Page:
“Idle hands are the devil’s tools.” He speaks a phrase I said often to Adam, a phrase I would use to inspire my son to take on all of that hard work. But the man speaking that phrase now is smiling, not scolding. “In my experience,” he tells me, “men who work hard play hard, too. Have no fear, Mister Cartwright, your young son will do both before long. The doctor has assured me he is recovering quite nicely, perhaps even…miraculously.”
My gaze lands on the Bible he’s carrying.
“I’m the chaplain here, Mister Cartwright, the Reverend Jacob Miller.”
Rising, I reach out to shake his hand and belatedly realize I’ve yet to wipe from my own the salty wet trails of my tears. He takes my hand nonetheless, encircling it with both of his, much as I had done with Joe’s.
“I hope you’ll excuse the interruption….” He speaks bluntly, yet not without compassion. “…And the observation, but from what I’ve borne witness to just now, you’re being far too hard on yourself. Something tells me your grief isn’t entirely about young Joseph’s accident?”
“I’m sorry, reverend.” I try to extricate my hand, but the chaplain seems unwilling to let it go. Confused, I look at him more closely. His eyes are warm and inviting, like a campfire on a cold, desert night. And I feel compelled to explain. “I’m afraid my son’s…accident is simply reminding me how fragile we are. You see, we’ve only just lost his oldest brother.” I stumble on the word ‘lost,’ feeling its weight on my tongue…and in my bones.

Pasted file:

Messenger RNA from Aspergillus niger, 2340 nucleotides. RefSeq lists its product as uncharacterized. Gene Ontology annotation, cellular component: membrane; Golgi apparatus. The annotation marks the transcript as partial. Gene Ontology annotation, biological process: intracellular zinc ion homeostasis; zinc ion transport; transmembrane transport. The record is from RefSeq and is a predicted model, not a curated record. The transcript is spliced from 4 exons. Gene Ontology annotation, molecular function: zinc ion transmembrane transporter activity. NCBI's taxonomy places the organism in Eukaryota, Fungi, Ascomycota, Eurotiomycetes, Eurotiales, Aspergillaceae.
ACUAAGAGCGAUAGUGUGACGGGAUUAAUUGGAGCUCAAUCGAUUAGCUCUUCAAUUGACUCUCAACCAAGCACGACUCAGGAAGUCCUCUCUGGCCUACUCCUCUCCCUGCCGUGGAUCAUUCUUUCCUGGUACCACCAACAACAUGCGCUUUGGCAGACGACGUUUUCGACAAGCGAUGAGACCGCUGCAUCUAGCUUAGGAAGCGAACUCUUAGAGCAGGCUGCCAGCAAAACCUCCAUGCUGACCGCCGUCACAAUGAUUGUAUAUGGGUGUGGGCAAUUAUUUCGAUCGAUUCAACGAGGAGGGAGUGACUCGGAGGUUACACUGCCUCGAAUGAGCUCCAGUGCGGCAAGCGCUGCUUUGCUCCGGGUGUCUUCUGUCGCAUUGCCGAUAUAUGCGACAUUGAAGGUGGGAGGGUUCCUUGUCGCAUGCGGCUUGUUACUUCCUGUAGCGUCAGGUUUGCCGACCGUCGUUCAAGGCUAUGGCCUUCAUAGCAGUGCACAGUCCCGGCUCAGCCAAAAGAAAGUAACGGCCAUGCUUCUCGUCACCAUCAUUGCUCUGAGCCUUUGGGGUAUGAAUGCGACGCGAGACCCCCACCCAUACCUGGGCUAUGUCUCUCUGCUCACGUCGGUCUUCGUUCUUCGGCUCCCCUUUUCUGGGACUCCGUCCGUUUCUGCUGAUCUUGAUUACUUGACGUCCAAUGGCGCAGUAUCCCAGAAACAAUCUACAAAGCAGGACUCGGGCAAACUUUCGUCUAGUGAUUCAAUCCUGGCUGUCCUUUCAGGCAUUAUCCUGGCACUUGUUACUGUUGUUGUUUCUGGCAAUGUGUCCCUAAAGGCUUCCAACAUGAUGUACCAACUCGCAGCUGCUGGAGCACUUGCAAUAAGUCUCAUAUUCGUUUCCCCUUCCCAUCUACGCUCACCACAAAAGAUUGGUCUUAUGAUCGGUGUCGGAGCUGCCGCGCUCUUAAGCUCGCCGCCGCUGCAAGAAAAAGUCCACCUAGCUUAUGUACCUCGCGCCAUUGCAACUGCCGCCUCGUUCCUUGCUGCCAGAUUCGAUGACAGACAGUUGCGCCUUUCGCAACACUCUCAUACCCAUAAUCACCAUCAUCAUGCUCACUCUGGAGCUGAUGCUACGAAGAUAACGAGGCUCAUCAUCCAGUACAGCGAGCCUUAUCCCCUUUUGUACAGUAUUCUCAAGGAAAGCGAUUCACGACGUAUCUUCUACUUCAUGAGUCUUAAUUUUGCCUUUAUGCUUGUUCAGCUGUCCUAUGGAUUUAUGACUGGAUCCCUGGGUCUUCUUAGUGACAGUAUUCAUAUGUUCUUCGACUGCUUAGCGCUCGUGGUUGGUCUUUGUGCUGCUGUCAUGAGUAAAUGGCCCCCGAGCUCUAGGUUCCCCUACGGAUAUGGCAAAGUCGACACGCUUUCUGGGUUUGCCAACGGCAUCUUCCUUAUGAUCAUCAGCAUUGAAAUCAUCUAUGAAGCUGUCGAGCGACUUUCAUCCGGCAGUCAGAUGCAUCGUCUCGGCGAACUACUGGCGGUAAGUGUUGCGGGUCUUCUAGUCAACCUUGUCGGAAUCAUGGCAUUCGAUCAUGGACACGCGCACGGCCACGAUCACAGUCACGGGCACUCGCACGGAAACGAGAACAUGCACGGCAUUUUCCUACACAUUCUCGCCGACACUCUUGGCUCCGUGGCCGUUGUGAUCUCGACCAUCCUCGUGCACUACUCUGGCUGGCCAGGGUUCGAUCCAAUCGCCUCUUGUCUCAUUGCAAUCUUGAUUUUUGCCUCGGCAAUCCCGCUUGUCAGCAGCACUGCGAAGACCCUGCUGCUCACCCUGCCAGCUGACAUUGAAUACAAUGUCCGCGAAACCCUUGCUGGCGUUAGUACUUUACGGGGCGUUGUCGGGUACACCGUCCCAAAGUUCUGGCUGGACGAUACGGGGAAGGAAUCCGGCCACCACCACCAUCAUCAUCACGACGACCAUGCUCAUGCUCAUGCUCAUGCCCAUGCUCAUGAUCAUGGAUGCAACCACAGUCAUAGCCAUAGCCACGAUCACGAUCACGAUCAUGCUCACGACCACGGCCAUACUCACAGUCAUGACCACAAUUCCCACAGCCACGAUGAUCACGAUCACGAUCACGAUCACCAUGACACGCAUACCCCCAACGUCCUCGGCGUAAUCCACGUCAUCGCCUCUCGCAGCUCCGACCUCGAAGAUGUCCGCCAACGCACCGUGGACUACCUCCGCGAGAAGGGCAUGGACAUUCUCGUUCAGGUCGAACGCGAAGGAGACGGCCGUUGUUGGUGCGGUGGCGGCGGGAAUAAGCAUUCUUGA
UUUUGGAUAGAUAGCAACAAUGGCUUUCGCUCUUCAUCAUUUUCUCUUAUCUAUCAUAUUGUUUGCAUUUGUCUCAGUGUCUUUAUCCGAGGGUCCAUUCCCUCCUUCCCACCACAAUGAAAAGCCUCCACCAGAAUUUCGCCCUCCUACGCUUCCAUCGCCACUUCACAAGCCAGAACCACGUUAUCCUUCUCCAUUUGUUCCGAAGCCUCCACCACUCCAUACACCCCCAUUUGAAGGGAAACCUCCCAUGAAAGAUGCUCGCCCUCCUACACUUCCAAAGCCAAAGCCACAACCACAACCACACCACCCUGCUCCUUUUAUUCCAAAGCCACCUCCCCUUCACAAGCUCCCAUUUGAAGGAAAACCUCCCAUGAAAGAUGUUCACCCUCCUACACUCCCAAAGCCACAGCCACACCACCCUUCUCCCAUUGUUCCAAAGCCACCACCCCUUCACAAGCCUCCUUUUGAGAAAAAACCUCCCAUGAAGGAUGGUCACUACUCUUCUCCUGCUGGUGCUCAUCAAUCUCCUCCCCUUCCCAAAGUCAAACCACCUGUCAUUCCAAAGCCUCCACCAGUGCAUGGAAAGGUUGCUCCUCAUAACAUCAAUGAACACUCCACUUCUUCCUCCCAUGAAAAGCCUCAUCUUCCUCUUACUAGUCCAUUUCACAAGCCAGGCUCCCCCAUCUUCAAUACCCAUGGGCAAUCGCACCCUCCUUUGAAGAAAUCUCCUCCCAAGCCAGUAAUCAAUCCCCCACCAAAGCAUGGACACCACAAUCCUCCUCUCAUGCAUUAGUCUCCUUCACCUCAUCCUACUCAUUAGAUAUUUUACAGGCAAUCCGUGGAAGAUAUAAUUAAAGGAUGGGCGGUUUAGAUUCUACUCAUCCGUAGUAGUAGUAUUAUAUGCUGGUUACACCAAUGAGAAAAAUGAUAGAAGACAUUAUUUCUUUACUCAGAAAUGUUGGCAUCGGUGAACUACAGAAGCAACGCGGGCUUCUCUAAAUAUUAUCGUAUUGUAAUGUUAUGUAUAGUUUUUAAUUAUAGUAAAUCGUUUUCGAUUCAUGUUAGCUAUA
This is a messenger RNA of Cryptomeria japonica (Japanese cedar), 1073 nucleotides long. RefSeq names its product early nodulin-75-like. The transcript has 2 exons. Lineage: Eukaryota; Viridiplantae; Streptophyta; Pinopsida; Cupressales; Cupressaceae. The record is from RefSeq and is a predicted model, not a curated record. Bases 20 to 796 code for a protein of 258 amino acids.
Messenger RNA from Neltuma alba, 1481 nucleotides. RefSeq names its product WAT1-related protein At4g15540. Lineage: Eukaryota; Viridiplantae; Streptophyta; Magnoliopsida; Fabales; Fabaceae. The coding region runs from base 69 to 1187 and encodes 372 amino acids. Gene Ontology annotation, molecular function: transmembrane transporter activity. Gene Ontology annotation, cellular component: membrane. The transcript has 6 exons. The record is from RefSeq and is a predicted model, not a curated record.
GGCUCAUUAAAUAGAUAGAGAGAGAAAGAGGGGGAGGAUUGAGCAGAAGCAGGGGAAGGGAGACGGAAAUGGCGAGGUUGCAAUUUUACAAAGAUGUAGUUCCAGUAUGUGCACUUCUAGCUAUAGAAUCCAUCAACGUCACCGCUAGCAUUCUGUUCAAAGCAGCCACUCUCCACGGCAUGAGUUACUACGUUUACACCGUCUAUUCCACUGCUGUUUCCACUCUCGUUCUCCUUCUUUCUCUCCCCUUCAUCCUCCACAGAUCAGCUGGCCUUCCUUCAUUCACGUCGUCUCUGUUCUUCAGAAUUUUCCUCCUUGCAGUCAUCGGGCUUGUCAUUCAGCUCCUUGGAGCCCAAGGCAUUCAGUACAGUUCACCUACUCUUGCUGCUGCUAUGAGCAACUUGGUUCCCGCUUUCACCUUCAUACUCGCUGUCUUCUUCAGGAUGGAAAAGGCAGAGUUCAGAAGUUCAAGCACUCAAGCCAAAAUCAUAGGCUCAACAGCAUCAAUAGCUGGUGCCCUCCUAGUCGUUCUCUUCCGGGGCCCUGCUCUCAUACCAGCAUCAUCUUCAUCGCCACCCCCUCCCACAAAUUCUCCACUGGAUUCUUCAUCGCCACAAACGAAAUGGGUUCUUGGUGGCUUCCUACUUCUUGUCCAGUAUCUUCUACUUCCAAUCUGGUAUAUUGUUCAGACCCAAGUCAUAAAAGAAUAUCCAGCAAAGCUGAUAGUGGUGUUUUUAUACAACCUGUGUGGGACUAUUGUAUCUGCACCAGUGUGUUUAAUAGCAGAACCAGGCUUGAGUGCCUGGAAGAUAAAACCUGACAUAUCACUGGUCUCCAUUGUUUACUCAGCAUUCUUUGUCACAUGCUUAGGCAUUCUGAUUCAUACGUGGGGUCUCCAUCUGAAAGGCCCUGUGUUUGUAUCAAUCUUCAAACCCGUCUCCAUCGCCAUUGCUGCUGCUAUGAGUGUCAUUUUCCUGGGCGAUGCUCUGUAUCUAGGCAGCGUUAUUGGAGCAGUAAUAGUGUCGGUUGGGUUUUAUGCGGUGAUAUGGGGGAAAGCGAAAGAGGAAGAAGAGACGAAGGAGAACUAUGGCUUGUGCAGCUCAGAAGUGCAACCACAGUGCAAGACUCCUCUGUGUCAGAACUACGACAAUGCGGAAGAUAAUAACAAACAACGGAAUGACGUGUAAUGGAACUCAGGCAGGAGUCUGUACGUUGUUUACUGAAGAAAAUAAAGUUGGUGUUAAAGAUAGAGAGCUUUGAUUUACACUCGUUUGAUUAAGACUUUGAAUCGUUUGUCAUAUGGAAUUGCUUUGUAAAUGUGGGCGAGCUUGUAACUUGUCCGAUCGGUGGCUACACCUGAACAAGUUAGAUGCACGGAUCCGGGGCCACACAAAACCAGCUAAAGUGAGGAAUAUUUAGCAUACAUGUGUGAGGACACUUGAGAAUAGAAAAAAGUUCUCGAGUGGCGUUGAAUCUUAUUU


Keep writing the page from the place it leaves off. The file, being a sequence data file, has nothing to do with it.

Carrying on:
“Do you hold yourself at fault for both?”
“No. Of course not. I simply—”
“You’re simply a father, blaming yourself for failing to protect your progeny.”
“I suppose so. Yes.”
“Tell me about him, if you would.”
“Joseph? Why, he’s—”
“His brother, actually.”
The reverend nods. “This son is sleeping soundly and is not in need of your protection just now. As is the other, you can be sure. But you’re not sure about that one. I’d like to have the chance to find out why.”
Brushing the flanks of my borrowed horse ain’t helpin’. Neither is talkin’ to him. But I do it anyway. Joe’s always talkin’ to that horse of his, and it seems to help him. So maybe I ought to keep at it, at least for a while longer.
“If we were home right now, I’d saddle you up and head into Virginia City. I’d go straight to the Bucket of Blood and take on the biggest yahoo I could find.” The horse blusters and stomps his right foreleg, almost like he’s arguin’ with me. “You’re big; I’ll give you that. But you ain’t no yahoo. And Joe’s the one who busts mustangs. I got too much bulk to move like he does.”
I’m not sure if the way the horse is shakin’ his head means he’s arguin’ again; but I ain’t aimin’ to talk about me anyhow. “Now Adam, he could move right. He’s the one who taught Joe. He sure was proud of that little brother of ours. He’d stand at that corral for hours when he could get away with it, just so he could watch Little Joe bust them broncs. He sure was proud of Little Joe. And Joe…he sure did look up to Adam. We both did. Adam was…he was….”